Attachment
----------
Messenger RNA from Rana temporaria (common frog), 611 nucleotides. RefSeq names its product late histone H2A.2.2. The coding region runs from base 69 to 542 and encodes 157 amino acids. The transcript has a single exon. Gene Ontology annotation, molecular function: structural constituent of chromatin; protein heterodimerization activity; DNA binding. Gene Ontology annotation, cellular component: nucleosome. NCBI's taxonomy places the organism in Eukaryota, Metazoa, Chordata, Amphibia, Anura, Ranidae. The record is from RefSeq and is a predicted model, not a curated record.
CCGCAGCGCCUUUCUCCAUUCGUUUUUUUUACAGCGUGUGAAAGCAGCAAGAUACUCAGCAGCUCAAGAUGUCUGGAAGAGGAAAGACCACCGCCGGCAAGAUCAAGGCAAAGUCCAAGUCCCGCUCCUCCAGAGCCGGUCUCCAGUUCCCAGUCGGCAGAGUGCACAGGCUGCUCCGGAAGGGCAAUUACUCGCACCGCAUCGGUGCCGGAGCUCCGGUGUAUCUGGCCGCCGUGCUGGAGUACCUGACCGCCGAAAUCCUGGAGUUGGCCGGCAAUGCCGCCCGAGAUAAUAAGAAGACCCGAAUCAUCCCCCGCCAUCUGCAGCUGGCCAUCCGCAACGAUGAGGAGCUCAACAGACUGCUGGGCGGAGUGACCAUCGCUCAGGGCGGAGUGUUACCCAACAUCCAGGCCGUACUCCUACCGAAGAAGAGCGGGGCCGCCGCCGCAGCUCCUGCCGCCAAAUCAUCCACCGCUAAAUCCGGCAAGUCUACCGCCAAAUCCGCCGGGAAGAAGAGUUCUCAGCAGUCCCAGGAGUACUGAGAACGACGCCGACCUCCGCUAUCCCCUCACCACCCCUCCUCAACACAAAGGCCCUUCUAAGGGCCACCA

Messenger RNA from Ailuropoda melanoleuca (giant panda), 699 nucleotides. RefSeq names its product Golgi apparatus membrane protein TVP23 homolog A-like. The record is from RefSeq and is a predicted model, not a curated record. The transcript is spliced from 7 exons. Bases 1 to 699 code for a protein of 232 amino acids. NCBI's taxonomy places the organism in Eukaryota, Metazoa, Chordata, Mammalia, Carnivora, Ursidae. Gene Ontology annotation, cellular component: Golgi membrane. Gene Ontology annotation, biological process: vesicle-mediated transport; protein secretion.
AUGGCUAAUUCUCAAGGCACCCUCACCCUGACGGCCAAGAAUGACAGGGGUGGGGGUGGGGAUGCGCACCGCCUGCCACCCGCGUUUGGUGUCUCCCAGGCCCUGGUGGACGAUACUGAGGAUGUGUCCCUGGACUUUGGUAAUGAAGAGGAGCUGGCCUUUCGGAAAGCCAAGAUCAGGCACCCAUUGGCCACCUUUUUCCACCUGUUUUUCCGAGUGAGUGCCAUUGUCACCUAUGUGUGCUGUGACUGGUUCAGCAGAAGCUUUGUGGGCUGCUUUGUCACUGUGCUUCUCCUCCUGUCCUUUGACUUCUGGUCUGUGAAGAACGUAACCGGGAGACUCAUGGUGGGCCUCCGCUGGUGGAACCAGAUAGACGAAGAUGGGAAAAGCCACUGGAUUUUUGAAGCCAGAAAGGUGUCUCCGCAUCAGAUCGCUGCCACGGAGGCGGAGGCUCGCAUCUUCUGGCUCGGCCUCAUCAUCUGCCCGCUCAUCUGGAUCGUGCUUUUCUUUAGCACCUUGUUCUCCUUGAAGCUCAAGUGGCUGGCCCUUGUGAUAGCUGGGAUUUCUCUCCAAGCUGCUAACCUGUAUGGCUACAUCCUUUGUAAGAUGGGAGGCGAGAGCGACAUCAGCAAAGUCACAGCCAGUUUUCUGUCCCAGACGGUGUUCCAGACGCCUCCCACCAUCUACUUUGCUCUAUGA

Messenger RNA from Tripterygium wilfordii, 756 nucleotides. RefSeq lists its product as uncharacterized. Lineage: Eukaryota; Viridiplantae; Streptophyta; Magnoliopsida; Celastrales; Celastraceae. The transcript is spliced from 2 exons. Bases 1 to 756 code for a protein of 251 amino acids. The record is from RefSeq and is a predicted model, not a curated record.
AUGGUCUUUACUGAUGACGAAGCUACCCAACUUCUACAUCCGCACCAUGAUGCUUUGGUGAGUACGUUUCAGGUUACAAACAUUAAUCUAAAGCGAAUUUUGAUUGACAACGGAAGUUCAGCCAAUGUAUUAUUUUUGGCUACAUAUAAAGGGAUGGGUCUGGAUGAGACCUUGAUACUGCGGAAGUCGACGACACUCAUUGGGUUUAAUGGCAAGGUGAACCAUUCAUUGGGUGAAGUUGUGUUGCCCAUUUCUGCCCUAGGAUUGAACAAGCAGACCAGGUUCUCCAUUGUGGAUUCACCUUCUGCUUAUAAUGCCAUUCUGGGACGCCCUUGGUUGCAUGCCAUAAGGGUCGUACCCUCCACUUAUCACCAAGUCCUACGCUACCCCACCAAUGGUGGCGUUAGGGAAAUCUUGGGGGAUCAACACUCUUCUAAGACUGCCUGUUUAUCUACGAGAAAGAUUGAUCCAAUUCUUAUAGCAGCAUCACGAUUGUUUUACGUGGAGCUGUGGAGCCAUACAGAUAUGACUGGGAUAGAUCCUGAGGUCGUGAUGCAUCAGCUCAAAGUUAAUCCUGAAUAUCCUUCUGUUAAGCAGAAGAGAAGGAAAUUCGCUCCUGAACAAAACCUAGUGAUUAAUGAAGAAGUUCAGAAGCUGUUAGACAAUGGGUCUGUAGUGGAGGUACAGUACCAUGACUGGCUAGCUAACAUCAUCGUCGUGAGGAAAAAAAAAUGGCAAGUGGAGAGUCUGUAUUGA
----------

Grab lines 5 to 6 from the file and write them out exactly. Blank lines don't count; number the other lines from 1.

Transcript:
Messenger RNA from Tripterygium wilfordii, 756 nucleotides. RefSeq lists its product as uncharacterized. Lineage: Eukaryota; Viridiplantae; Streptophyta; Magnoliopsida; Celastrales; Celastraceae. The transcript is spliced from 2 exons. Bases 1 to 756 code for a protein of 251 amino acids. The record is from RefSeq and is a predicted model, not a curated record.
AUGGUCUUUACUGAUGACGAAGCUACCCAACUUCUACAUCCGCACCAUGAUGCUUUGGUGAGUACGUUUCAGGUUACAAACAUUAAUCUAAAGCGAAUUUUGAUUGACAACGGAAGUUCAGCCAAUGUAUUAUUUUUGGCUACAUAUAAAGGGAUGGGUCUGGAUGAGACCUUGAUACUGCGGAAGUCGACGACACUCAUUGGGUUUAAUGGCAAGGUGAACCAUUCAUUGGGUGAAGUUGUGUUGCCCAUUUCUGCCCUAGGAUUGAACAAGCAGACCAGGUUCUCCAUUGUGGAUUCACCUUCUGCUUAUAAUGCCAUUCUGGGACGCCCUUGGUUGCAUGCCAUAAGGGUCGUACCCUCCACUUAUCACCAAGUCCUACGCUACCCCACCAAUGGUGGCGUUAGGGAAAUCUUGGGGGAUCAACACUCUUCUAAGACUGCCUGUUUAUCUACGAGAAAGAUUGAUCCAAUUCUUAUAGCAGCAUCACGAUUGUUUUACGUGGAGCUGUGGAGCCAUACAGAUAUGACUGGGAUAGAUCCUGAGGUCGUGAUGCAUCAGCUCAAAGUUAAUCCUGAAUAUCCUUCUGUUAAGCAGAAGAGAAGGAAAUUCGCUCCUGAACAAAACCUAGUGAUUAAUGAAGAAGUUCAGAAGCUGUUAGACAAUGGGUCUGUAGUGGAGGUACAGUACCAUGACUGGCUAGCUAACAUCAUCGUCGUGAGGAAAAAAAAAUGGCAAGUGGAGAGUCUGUAUUGA